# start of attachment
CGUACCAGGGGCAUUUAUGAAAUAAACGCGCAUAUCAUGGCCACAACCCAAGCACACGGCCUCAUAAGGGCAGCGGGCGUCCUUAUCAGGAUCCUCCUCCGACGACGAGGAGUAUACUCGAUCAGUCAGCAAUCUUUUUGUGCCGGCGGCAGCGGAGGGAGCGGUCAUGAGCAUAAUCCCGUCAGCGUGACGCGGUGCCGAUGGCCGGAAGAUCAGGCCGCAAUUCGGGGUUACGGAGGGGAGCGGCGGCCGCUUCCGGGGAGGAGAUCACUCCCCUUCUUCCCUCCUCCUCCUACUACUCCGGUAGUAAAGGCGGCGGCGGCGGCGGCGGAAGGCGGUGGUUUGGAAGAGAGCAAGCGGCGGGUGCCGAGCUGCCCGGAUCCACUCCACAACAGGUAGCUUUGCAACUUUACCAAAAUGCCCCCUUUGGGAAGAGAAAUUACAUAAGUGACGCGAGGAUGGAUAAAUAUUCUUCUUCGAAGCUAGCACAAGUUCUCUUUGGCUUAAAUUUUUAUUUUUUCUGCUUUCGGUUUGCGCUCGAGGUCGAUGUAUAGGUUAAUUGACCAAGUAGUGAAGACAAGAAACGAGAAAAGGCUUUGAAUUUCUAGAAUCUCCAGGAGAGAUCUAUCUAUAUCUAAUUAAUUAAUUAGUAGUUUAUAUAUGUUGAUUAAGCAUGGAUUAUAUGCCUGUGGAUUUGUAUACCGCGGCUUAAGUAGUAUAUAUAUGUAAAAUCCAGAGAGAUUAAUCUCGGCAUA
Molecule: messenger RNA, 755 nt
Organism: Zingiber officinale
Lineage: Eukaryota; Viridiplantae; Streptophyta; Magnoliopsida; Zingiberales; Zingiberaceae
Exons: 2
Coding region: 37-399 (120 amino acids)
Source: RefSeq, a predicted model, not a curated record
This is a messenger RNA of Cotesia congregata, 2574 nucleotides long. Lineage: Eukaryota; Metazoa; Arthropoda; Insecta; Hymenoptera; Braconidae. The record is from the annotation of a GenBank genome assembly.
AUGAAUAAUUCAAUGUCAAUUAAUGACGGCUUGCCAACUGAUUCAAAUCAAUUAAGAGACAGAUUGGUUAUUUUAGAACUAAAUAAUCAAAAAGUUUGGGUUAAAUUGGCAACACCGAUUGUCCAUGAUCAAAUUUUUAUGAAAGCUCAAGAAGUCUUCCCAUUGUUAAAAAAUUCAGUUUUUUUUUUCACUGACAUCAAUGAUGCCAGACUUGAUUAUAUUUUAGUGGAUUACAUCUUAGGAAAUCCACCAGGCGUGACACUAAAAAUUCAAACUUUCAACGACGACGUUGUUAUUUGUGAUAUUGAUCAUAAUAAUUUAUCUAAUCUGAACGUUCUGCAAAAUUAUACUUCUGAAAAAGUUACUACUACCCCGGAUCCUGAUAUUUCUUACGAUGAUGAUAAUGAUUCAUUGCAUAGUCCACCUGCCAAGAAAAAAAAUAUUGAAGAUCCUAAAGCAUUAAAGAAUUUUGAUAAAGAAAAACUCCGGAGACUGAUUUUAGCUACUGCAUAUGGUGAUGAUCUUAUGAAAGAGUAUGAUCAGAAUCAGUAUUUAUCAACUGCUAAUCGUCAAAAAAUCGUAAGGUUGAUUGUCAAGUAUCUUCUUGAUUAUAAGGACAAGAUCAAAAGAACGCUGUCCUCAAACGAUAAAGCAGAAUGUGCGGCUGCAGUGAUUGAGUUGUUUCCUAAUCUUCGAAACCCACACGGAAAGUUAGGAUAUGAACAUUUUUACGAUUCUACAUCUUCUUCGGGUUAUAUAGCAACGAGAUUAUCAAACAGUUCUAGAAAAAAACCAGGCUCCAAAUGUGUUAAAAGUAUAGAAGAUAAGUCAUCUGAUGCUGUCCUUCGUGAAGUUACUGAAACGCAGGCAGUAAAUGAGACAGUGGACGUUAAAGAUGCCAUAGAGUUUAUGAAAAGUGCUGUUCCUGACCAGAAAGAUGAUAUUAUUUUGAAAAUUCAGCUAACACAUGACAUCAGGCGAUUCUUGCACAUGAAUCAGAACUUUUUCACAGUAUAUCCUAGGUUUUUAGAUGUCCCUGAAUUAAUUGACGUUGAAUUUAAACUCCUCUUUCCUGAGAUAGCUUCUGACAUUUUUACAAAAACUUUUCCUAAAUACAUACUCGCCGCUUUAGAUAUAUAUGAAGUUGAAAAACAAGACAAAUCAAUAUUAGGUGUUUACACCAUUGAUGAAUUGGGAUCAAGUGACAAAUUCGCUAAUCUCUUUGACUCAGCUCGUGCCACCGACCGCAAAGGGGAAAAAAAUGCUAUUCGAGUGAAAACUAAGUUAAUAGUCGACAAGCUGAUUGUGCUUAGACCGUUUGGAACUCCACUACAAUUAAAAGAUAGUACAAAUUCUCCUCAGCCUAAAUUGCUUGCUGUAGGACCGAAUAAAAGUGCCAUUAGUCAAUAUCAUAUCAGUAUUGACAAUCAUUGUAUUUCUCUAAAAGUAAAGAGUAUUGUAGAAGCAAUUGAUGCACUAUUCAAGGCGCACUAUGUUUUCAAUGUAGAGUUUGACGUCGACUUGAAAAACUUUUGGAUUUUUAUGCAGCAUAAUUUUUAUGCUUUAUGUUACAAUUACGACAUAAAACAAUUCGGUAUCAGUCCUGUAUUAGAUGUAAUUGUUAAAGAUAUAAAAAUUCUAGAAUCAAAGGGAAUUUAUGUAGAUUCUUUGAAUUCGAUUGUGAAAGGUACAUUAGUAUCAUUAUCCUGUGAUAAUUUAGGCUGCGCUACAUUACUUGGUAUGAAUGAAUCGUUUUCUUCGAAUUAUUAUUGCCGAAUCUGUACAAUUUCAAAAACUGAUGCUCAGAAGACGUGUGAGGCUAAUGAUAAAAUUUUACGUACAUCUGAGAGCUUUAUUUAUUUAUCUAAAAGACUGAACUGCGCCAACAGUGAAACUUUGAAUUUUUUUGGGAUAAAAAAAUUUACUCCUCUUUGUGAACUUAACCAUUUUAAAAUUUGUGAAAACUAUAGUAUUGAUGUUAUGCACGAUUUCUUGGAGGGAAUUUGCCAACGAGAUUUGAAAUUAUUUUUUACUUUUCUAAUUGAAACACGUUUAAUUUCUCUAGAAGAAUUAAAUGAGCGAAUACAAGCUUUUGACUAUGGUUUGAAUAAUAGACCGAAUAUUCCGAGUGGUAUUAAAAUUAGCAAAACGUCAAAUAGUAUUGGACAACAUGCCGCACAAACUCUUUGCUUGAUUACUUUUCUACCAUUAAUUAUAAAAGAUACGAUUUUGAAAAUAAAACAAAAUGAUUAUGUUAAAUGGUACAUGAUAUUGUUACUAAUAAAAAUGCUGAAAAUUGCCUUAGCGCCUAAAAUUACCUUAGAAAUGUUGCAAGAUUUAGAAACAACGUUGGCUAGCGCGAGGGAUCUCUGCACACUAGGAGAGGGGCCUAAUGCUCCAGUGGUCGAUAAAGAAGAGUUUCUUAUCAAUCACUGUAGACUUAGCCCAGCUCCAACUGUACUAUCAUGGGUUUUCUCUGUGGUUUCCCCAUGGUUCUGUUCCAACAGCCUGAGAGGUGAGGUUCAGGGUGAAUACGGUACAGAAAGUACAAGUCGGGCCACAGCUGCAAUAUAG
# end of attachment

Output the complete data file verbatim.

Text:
CGUACCAGGGGCAUUUAUGAAAUAAACGCGCAUAUCAUGGCCACAACCCAAGCACACGGCCUCAUAAGGGCAGCGGGCGUCCUUAUCAGGAUCCUCCUCCGACGACGAGGAGUAUACUCGAUCAGUCAGCAAUCUUUUUGUGCCGGCGGCAGCGGAGGGAGCGGUCAUGAGCAUAAUCCCGUCAGCGUGACGCGGUGCCGAUGGCCGGAAGAUCAGGCCGCAAUUCGGGGUUACGGAGGGGAGCGGCGGCCGCUUCCGGGGAGGAGAUCACUCCCCUUCUUCCCUCCUCCUCCUACUACUCCGGUAGUAAAGGCGGCGGCGGCGGCGGCGGAAGGCGGUGGUUUGGAAGAGAGCAAGCGGCGGGUGCCGAGCUGCCCGGAUCCACUCCACAACAGGUAGCUUUGCAACUUUACCAAAAUGCCCCCUUUGGGAAGAGAAAUUACAUAAGUGACGCGAGGAUGGAUAAAUAUUCUUCUUCGAAGCUAGCACAAGUUCUCUUUGGCUUAAAUUUUUAUUUUUUCUGCUUUCGGUUUGCGCUCGAGGUCGAUGUAUAGGUUAAUUGACCAAGUAGUGAAGACAAGAAACGAGAAAAGGCUUUGAAUUUCUAGAAUCUCCAGGAGAGAUCUAUCUAUAUCUAAUUAAUUAAUUAGUAGUUUAUAUAUGUUGAUUAAGCAUGGAUUAUAUGCCUGUGGAUUUGUAUACCGCGGCUUAAGUAGUAUAUAUAUGUAAAAUCCAGAGAGAUUAAUCUCGGCAUA
Molecule: messenger RNA, 755 nt
Organism: Zingiber officinale
Lineage: Eukaryota; Viridiplantae; Streptophyta; Magnoliopsida; Zingiberales; Zingiberaceae
Exons: 2
Coding region: 37-399 (120 amino acids)
Source: RefSeq, a predicted model, not a curated record
This is a messenger RNA of Cotesia congregata, 2574 nucleotides long. Lineage: Eukaryota; Metazoa; Arthropoda; Insecta; Hymenoptera; Braconidae. The record is from the annotation of a GenBank genome assembly.
AUGAAUAAUUCAAUGUCAAUUAAUGACGGCUUGCCAACUGAUUCAAAUCAAUUAAGAGACAGAUUGGUUAUUUUAGAACUAAAUAAUCAAAAAGUUUGGGUUAAAUUGGCAACACCGAUUGUCCAUGAUCAAAUUUUUAUGAAAGCUCAAGAAGUCUUCCCAUUGUUAAAAAAUUCAGUUUUUUUUUUCACUGACAUCAAUGAUGCCAGACUUGAUUAUAUUUUAGUGGAUUACAUCUUAGGAAAUCCACCAGGCGUGACACUAAAAAUUCAAACUUUCAACGACGACGUUGUUAUUUGUGAUAUUGAUCAUAAUAAUUUAUCUAAUCUGAACGUUCUGCAAAAUUAUACUUCUGAAAAAGUUACUACUACCCCGGAUCCUGAUAUUUCUUACGAUGAUGAUAAUGAUUCAUUGCAUAGUCCACCUGCCAAGAAAAAAAAUAUUGAAGAUCCUAAAGCAUUAAAGAAUUUUGAUAAAGAAAAACUCCGGAGACUGAUUUUAGCUACUGCAUAUGGUGAUGAUCUUAUGAAAGAGUAUGAUCAGAAUCAGUAUUUAUCAACUGCUAAUCGUCAAAAAAUCGUAAGGUUGAUUGUCAAGUAUCUUCUUGAUUAUAAGGACAAGAUCAAAAGAACGCUGUCCUCAAACGAUAAAGCAGAAUGUGCGGCUGCAGUGAUUGAGUUGUUUCCUAAUCUUCGAAACCCACACGGAAAGUUAGGAUAUGAACAUUUUUACGAUUCUACAUCUUCUUCGGGUUAUAUAGCAACGAGAUUAUCAAACAGUUCUAGAAAAAAACCAGGCUCCAAAUGUGUUAAAAGUAUAGAAGAUAAGUCAUCUGAUGCUGUCCUUCGUGAAGUUACUGAAACGCAGGCAGUAAAUGAGACAGUGGACGUUAAAGAUGCCAUAGAGUUUAUGAAAAGUGCUGUUCCUGACCAGAAAGAUGAUAUUAUUUUGAAAAUUCAGCUAACACAUGACAUCAGGCGAUUCUUGCACAUGAAUCAGAACUUUUUCACAGUAUAUCCUAGGUUUUUAGAUGUCCCUGAAUUAAUUGACGUUGAAUUUAAACUCCUCUUUCCUGAGAUAGCUUCUGACAUUUUUACAAAAACUUUUCCUAAAUACAUACUCGCCGCUUUAGAUAUAUAUGAAGUUGAAAAACAAGACAAAUCAAUAUUAGGUGUUUACACCAUUGAUGAAUUGGGAUCAAGUGACAAAUUCGCUAAUCUCUUUGACUCAGCUCGUGCCACCGACCGCAAAGGGGAAAAAAAUGCUAUUCGAGUGAAAACUAAGUUAAUAGUCGACAAGCUGAUUGUGCUUAGACCGUUUGGAACUCCACUACAAUUAAAAGAUAGUACAAAUUCUCCUCAGCCUAAAUUGCUUGCUGUAGGACCGAAUAAAAGUGCCAUUAGUCAAUAUCAUAUCAGUAUUGACAAUCAUUGUAUUUCUCUAAAAGUAAAGAGUAUUGUAGAAGCAAUUGAUGCACUAUUCAAGGCGCACUAUGUUUUCAAUGUAGAGUUUGACGUCGACUUGAAAAACUUUUGGAUUUUUAUGCAGCAUAAUUUUUAUGCUUUAUGUUACAAUUACGACAUAAAACAAUUCGGUAUCAGUCCUGUAUUAGAUGUAAUUGUUAAAGAUAUAAAAAUUCUAGAAUCAAAGGGAAUUUAUGUAGAUUCUUUGAAUUCGAUUGUGAAAGGUACAUUAGUAUCAUUAUCCUGUGAUAAUUUAGGCUGCGCUACAUUACUUGGUAUGAAUGAAUCGUUUUCUUCGAAUUAUUAUUGCCGAAUCUGUACAAUUUCAAAAACUGAUGCUCAGAAGACGUGUGAGGCUAAUGAUAAAAUUUUACGUACAUCUGAGAGCUUUAUUUAUUUAUCUAAAAGACUGAACUGCGCCAACAGUGAAACUUUGAAUUUUUUUGGGAUAAAAAAAUUUACUCCUCUUUGUGAACUUAACCAUUUUAAAAUUUGUGAAAACUAUAGUAUUGAUGUUAUGCACGAUUUCUUGGAGGGAAUUUGCCAACGAGAUUUGAAAUUAUUUUUUACUUUUCUAAUUGAAACACGUUUAAUUUCUCUAGAAGAAUUAAAUGAGCGAAUACAAGCUUUUGACUAUGGUUUGAAUAAUAGACCGAAUAUUCCGAGUGGUAUUAAAAUUAGCAAAACGUCAAAUAGUAUUGGACAACAUGCCGCACAAACUCUUUGCUUGAUUACUUUUCUACCAUUAAUUAUAAAAGAUACGAUUUUGAAAAUAAAACAAAAUGAUUAUGUUAAAUGGUACAUGAUAUUGUUACUAAUAAAAAUGCUGAAAAUUGCCUUAGCGCCUAAAAUUACCUUAGAAAUGUUGCAAGAUUUAGAAACAACGUUGGCUAGCGCGAGGGAUCUCUGCACACUAGGAGAGGGGCCUAAUGCUCCAGUGGUCGAUAAAGAAGAGUUUCUUAUCAAUCACUGUAGACUUAGCCCAGCUCCAACUGUACUAUCAUGGGUUUUCUCUGUGGUUUCCCCAUGGUUCUGUUCCAACAGCCUGAGAGGUGAGGUUCAGGGUGAAUACGGUACAGAAAGUACAAGUCGGGCCACAGCUGCAAUAUAG